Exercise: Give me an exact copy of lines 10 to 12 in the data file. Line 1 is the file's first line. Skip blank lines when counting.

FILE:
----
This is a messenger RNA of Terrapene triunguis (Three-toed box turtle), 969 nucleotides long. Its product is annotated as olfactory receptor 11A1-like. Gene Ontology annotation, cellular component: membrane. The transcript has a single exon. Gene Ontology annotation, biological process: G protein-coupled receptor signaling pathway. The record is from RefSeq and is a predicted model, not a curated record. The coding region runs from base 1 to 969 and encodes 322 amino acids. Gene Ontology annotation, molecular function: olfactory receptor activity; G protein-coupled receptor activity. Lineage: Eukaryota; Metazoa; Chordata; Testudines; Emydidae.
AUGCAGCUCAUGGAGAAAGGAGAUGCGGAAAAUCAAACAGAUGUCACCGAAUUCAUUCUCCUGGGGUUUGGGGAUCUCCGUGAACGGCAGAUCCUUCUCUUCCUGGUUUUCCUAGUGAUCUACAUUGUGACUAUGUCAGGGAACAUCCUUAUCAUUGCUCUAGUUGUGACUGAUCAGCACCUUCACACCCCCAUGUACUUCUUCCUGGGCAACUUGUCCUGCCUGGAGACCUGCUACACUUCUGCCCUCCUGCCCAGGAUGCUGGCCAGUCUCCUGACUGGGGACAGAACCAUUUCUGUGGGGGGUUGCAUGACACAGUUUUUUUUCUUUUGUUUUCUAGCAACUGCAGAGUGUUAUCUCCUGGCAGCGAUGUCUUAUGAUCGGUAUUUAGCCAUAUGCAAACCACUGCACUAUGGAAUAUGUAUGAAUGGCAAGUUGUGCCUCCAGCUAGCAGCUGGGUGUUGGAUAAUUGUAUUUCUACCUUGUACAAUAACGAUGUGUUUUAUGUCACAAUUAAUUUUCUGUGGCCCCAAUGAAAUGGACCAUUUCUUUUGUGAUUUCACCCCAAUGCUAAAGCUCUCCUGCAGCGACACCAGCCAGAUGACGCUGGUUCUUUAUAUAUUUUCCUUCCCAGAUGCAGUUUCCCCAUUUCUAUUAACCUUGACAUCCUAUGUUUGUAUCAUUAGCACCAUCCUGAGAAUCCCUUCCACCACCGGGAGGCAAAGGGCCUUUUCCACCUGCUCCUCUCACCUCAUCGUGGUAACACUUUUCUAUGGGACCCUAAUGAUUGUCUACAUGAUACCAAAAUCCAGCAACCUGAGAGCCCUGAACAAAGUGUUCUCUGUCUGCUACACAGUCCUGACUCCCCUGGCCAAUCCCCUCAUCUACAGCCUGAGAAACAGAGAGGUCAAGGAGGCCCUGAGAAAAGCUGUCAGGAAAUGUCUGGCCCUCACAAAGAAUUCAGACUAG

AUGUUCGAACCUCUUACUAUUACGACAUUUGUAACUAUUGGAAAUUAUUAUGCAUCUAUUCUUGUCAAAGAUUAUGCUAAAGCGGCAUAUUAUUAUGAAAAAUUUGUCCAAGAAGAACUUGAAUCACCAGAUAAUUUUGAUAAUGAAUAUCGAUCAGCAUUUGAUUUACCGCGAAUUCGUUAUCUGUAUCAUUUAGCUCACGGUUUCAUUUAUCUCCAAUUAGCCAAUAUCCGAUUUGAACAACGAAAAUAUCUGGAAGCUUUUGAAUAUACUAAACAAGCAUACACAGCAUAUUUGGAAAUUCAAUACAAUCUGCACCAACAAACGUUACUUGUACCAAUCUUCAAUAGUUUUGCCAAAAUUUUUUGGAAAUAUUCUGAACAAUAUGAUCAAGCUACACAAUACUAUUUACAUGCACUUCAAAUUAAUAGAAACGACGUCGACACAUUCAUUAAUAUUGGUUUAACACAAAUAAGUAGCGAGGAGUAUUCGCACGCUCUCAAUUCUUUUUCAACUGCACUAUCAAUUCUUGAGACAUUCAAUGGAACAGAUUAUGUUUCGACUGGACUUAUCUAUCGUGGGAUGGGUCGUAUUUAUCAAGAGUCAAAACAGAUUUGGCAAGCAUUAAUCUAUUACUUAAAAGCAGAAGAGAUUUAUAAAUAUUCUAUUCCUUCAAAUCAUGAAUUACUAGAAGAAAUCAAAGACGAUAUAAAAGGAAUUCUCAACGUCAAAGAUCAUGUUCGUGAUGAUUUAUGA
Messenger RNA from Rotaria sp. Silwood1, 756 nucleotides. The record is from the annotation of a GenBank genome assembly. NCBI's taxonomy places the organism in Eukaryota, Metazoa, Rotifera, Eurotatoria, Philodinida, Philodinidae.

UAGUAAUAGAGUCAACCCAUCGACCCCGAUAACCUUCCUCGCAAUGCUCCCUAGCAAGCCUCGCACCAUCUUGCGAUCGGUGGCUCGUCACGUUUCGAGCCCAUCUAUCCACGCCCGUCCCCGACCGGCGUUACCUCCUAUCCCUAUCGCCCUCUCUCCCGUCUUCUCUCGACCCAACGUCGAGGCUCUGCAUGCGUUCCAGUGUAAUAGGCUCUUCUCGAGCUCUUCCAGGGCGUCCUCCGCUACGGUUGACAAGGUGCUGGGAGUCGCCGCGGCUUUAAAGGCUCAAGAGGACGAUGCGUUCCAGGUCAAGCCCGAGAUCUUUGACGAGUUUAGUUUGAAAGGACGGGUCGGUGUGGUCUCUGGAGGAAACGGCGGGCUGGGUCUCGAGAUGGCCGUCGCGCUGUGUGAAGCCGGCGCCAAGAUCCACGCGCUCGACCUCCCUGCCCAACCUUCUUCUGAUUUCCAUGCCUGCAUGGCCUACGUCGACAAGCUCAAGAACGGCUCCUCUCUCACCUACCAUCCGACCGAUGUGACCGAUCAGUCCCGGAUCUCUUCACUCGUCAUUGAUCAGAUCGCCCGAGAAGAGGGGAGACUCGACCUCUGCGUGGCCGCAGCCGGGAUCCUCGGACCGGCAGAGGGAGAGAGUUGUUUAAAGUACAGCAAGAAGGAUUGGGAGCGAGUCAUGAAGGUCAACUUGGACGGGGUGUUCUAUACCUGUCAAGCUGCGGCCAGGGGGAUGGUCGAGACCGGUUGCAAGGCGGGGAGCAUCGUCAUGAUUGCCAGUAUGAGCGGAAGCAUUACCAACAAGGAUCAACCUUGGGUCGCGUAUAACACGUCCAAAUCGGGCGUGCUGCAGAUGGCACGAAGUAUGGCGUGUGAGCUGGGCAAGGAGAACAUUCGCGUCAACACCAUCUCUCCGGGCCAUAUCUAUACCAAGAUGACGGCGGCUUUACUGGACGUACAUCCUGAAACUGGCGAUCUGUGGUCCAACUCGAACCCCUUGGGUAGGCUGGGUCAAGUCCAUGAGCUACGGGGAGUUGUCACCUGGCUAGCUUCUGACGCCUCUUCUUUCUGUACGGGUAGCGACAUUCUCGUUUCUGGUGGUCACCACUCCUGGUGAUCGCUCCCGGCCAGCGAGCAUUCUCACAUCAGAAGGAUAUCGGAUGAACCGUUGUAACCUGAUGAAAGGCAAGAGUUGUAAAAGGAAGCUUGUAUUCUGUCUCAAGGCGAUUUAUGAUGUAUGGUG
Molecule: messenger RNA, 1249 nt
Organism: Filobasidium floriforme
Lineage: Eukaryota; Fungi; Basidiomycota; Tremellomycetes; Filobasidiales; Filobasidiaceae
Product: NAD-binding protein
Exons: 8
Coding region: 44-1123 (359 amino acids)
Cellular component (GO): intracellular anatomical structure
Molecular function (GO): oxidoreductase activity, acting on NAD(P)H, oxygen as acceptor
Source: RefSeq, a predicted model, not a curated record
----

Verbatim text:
Exons: 8
Coding region: 44-1123 (359 amino acids)
Cellular component (GO): intracellular anatomical structure